I think those guys just checked you out...


They're just looking at my smock, it tends to catch the light.

To translate Deanna's inner transformation outwardly via the character's fashion sense, the filmmakers turned to costume designer Louise Mingenbach, who had briefly worked with McCarthy once before, for her undeniably memorable appearance in "The Hangover Part III."

McCarthy relates, "After making the decision to return to her alma mater, Deanna starts to rediscover herself and learn to let loose. Louise helped me create this frumpy, Midwestern mom who transforms into a total nerd decked out in school spirit before becoming a fun and lively free spirit."

"Melissa studied fashion design and of course has her own line of clothing," Mingenbach notes. "She is very knowledgeable, and has an amazing sense of how to use the medium to create a character, which makes her a great partner. For a costume designer, working with someone who contributes so much and has such a great respect for the work, as well as an understanding of much it matters to the final outcome, is a dream."

The two collaborated closely, starting with Deanna's opening look. "The character's initial designs were inspired by Melissa's memories of her mom and grandmother's fashions, paired with her own interest in crafts-and yes, bedazzling-as a child," Mingenbach offers.

In fact, one of her favorite "finds," the designer says, came from an Atlanta antique shop. "There are a lot of those in the area, good ones, and Melissa and I both enjoy sifting through them. I went to one and found one of those old puff paint kits from back in the '80s or so, unopened, and I immediately thought, 'I know who needs this!'

"We had our own arts and crafts sessions in the costume department," she continues. "I loved how much it delighted Melissa to place the bows and sparkles on those Decatur University sweatshirts."

For a scene involving a 1980s-themed party at the frat house, Mingenbach says McCarthy "wanted a 'Dynasty'-inspired piece, and as we went through the design and fittings, she kept asking me, 'How much bigger can my shoulder pads be?'"

The final design, a jumpsuit created in a deep blue sequined fabric and embellished with gold epaulets, teed-off the looks for the other girls, allowing the designer free reign to incorporate as many sparkles and as much lamé as she could find.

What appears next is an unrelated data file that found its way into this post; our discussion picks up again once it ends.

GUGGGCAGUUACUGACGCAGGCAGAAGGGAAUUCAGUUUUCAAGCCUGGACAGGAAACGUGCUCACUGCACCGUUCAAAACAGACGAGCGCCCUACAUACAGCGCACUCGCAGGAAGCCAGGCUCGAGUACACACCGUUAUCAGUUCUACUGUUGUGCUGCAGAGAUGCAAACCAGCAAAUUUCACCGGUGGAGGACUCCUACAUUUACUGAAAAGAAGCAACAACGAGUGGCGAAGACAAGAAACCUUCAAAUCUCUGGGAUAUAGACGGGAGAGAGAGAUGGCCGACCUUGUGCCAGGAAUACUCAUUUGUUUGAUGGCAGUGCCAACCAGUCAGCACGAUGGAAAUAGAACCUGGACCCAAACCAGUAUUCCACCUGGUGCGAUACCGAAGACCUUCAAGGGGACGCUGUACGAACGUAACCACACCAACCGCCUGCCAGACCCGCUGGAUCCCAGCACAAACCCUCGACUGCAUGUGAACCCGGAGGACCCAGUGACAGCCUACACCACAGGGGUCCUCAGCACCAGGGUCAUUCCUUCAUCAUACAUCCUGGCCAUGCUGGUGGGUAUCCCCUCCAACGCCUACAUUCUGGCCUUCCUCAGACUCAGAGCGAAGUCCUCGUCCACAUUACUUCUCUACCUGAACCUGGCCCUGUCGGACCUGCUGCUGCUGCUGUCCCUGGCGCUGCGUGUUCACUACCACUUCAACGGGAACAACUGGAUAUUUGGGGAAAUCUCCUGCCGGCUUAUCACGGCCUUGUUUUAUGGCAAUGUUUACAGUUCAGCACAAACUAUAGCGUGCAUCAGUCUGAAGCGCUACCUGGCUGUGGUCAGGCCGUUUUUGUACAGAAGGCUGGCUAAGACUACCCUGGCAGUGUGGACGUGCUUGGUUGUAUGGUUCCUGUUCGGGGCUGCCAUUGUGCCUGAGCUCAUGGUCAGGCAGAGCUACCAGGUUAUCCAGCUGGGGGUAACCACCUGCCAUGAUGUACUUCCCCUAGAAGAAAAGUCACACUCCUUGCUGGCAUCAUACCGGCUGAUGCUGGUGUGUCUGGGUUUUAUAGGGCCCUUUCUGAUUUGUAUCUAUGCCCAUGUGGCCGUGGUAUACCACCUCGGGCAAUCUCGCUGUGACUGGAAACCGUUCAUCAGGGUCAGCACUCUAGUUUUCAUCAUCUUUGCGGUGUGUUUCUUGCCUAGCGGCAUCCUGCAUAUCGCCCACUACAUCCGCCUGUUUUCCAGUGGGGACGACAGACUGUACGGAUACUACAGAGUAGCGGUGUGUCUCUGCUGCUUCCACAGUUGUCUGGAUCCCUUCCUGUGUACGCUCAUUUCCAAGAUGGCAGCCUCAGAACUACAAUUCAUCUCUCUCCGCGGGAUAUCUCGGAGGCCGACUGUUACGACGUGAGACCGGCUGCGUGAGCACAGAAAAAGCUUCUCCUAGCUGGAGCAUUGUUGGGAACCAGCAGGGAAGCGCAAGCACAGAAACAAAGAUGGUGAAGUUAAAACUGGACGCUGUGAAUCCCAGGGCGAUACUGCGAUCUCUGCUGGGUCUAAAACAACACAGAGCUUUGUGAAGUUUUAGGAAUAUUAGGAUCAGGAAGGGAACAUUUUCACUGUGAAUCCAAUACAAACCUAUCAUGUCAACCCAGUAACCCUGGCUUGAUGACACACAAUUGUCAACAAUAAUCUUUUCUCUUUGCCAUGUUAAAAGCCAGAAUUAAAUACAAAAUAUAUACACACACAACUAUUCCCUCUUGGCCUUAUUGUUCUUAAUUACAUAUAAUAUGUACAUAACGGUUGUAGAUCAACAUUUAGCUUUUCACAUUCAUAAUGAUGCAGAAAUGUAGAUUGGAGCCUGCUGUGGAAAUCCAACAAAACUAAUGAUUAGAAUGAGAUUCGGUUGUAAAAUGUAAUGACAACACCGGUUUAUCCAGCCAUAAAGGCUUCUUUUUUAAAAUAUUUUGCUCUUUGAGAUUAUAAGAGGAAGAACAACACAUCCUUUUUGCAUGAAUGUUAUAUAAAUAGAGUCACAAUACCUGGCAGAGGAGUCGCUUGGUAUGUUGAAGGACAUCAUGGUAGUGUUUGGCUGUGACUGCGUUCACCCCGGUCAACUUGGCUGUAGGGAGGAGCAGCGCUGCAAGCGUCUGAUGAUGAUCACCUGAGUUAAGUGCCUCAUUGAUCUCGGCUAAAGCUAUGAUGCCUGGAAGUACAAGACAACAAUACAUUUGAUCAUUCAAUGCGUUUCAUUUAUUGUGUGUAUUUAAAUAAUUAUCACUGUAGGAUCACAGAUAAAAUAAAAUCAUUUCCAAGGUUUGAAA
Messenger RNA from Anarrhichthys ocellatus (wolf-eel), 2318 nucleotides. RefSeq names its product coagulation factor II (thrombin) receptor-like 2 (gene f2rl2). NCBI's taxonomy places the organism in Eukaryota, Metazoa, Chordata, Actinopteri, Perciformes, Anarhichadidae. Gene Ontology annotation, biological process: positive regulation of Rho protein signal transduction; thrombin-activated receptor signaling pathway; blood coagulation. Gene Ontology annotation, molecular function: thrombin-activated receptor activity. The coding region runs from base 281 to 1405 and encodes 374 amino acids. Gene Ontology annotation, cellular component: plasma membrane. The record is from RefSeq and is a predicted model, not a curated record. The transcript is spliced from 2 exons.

Shoulder pad size aside, it was critical for McCarthy to be able to move-really move-in that outfit, because she and Falcone had incorporated a "dance off" into the party sequence. After learning some preliminary dance moves in L.A., courtesy of choreographer Stephen "tWitch" Boss, the filmmakers recruited dance coach Marc "Marvelous" Inniss to the "Life of the Party" onset team in Atlanta, to help give Deanna her groove back.

"It was Melissa's character Deanna's chance to showcase her hip hop skills, which she probably learned at her local YMCA," Innis laughs.

In truth, though, he adds, "People need to understand that she actually does know how to dance, I barely had to do any work there. And her energy was electric. She was in there showing me steps and encouraging dancing from everyone in the room. She's extremely collaborative; we came up with the funniest ideas and she killed it every time."

At one point, McCarthy approached Inniss with just such a scheme. "She came and she told me nonchalantly, 'I'm going to do the worm,' and I was like, 'Okay, you know how to do that?' "Sure enough," he continues, "I brought her some mats for rehearsal and I'm thinking, 'Let me see what we're working with...' But she really does the worm! In rehearsal, she did it at least five times straight across. She's awesome."

"When did I stop being 25?" the ever-youthful McCarthy jokes. "Doing what you love, you tend to lose track of the time. But there are people who, at a certain age, are still trying to define who they are for the first time, and I love that. I love stories of self-discovery, and if you can tell one and make people laugh with you along the way, that's the best feeling."

But how will she feel when it's her own kids beginning that journey? Falcone surmises, "We're in a state of denial about our daughters ever leaving home. I could see one of our daughters opening up her closet in her dorm room and Melissa just waiting in there, like, 'Hi, honey! Need anything? A hug?' It's going to be dicey."